Beware of the Corporate Practice of Medicine Doctrine In Pennsylvania

by Glenn P. Prives

Like many states, Pennsylvania has an established a corporate practice of medicine (“CPOM”) doctrine.  Like many states, Pennsylvania has particular details in its prohibition that can be traps for the unwary.

Pennsylvania’s CPOM doctrine originally grew out of the Neill v. Gimbel Brothers, Inc. case.  In that case, a department store leased space to a partnership, which operated the store’s optical department.  The rent payable to the store included a portion of the optometry practice’s revenue, the store could terminate the practice’s employees, including the optometrists, and the store set and collected the practice’s fees.  The Pennsylvania Supreme Court determined that this effectively allowed the department store to practice the profession of optometry.

The theme of the CPOM doctrine in Pennsylvania is similar to that of other states:  namely, physicians cannot be employed by non-physicians, and an entity that practices medicine may only be owned by licensed physicians.  There are, of course, some exceptions.  One particular exception permits health care practitioners to practice medicine as an employee or independent contractor of a health care facility or an affiliate of a health care facility established to provide health care.  A similar exception exists in other states as well, but it is important to keep in mind what can be considered a “health care facility.”

The CPOM doctrine is still alive in Pennsylvania today as evidenced by some recent case law.  While the case law is in the dental field, it is logical to think that the same pronouncements by the court in recent case law would carry over to the medical field.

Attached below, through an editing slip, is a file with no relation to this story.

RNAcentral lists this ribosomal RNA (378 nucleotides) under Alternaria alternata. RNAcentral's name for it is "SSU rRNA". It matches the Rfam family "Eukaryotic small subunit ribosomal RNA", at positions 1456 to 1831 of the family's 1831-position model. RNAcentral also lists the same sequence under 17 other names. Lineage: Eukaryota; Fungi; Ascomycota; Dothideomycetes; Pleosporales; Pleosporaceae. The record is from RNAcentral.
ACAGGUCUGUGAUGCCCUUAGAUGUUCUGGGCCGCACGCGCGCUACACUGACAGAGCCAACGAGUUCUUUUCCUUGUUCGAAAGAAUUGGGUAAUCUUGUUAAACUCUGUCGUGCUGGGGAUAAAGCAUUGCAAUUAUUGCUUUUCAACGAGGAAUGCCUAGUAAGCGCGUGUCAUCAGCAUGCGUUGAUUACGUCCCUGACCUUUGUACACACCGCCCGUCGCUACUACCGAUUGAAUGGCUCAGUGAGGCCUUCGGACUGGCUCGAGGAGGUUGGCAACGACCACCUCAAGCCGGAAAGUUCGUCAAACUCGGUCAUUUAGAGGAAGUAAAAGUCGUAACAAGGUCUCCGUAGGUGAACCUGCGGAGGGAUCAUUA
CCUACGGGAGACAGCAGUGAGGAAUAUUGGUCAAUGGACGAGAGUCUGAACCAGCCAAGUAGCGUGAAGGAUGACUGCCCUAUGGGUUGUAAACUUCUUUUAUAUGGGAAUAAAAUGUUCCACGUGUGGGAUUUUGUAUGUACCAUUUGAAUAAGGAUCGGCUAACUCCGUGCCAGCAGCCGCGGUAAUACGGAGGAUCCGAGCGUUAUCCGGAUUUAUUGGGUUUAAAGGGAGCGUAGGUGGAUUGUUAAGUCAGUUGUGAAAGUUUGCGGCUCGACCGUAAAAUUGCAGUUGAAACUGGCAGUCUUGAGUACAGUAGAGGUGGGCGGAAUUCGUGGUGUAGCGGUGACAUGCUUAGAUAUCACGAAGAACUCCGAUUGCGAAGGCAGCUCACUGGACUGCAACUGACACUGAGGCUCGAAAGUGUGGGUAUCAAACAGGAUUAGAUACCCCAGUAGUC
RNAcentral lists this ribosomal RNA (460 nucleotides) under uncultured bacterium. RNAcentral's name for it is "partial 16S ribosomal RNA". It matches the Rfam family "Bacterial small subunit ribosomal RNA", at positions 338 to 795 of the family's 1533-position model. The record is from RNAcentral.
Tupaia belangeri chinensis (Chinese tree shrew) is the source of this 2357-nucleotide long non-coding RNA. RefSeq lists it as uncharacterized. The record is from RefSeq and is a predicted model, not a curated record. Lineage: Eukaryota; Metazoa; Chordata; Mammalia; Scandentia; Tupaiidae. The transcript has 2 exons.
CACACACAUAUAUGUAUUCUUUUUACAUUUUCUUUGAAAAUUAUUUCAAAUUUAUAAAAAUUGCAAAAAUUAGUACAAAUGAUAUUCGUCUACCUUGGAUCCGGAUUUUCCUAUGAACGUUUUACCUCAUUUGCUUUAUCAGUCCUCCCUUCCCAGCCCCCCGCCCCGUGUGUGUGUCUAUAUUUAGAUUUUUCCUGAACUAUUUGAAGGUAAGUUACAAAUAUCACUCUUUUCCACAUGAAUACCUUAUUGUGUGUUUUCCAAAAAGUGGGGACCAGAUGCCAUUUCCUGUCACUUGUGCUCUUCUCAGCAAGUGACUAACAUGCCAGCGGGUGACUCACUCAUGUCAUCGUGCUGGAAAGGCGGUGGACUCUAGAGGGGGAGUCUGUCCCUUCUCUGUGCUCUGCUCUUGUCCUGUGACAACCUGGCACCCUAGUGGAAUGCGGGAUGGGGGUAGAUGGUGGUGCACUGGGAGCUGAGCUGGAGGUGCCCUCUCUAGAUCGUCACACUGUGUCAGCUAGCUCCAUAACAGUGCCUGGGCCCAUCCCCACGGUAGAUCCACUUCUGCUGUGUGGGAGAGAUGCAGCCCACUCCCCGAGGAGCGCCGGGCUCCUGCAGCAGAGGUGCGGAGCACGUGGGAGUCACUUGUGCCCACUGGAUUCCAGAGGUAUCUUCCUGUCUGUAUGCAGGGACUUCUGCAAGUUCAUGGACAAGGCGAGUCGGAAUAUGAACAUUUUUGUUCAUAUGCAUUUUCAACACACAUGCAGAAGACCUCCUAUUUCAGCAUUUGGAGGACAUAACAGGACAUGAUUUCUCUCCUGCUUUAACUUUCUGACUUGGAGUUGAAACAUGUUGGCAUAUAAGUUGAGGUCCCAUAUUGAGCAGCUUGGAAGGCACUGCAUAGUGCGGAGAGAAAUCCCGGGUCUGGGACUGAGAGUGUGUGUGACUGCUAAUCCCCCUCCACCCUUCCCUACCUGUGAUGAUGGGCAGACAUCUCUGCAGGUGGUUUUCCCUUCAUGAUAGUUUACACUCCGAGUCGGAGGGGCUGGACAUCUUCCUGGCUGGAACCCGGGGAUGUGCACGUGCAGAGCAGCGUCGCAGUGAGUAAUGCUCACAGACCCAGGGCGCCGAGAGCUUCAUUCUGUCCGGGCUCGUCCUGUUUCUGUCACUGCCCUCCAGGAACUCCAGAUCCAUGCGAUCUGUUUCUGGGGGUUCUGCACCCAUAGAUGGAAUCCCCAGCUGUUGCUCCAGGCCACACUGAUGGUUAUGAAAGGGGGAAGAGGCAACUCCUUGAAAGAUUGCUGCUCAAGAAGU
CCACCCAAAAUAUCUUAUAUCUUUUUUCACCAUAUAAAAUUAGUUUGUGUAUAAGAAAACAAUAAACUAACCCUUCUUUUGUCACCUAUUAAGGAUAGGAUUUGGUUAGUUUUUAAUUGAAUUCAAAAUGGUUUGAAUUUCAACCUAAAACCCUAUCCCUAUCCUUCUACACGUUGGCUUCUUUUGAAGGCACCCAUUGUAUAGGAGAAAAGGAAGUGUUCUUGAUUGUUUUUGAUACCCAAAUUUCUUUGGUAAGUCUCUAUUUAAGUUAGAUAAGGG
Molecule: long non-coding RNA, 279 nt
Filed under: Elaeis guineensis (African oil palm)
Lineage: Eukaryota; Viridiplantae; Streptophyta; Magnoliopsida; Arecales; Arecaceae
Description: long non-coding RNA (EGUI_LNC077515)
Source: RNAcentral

In Apollon v. OCA, the Eastern District of Louisiana, applying Pennsylvania law, determined that a business services agreement between a dental practice and a management company was illegal due to the sharing of its profits by the dental practice with the management company under the agreement.  The court reasoned that the sharing of profits was akin to establishing a partnership between the practice and the management company, which would be illegal since only licensed persons, under Pennsylvania law, could own shares in a professional corporation.

Business service agreements between professional practices and non-licensee owned management companies are quite common across the country.  Many states have laws (statutes, regulations, case law, opinions, advisory opinions or otherwise) that govern the contents of these types of agreements.  Pennsylvania is clearly no exception.  Thus, it is crucial that parties entering into arrangements in Pennsylvania that may implicate the CPOM doctrine pay careful attention to the details of their relationships.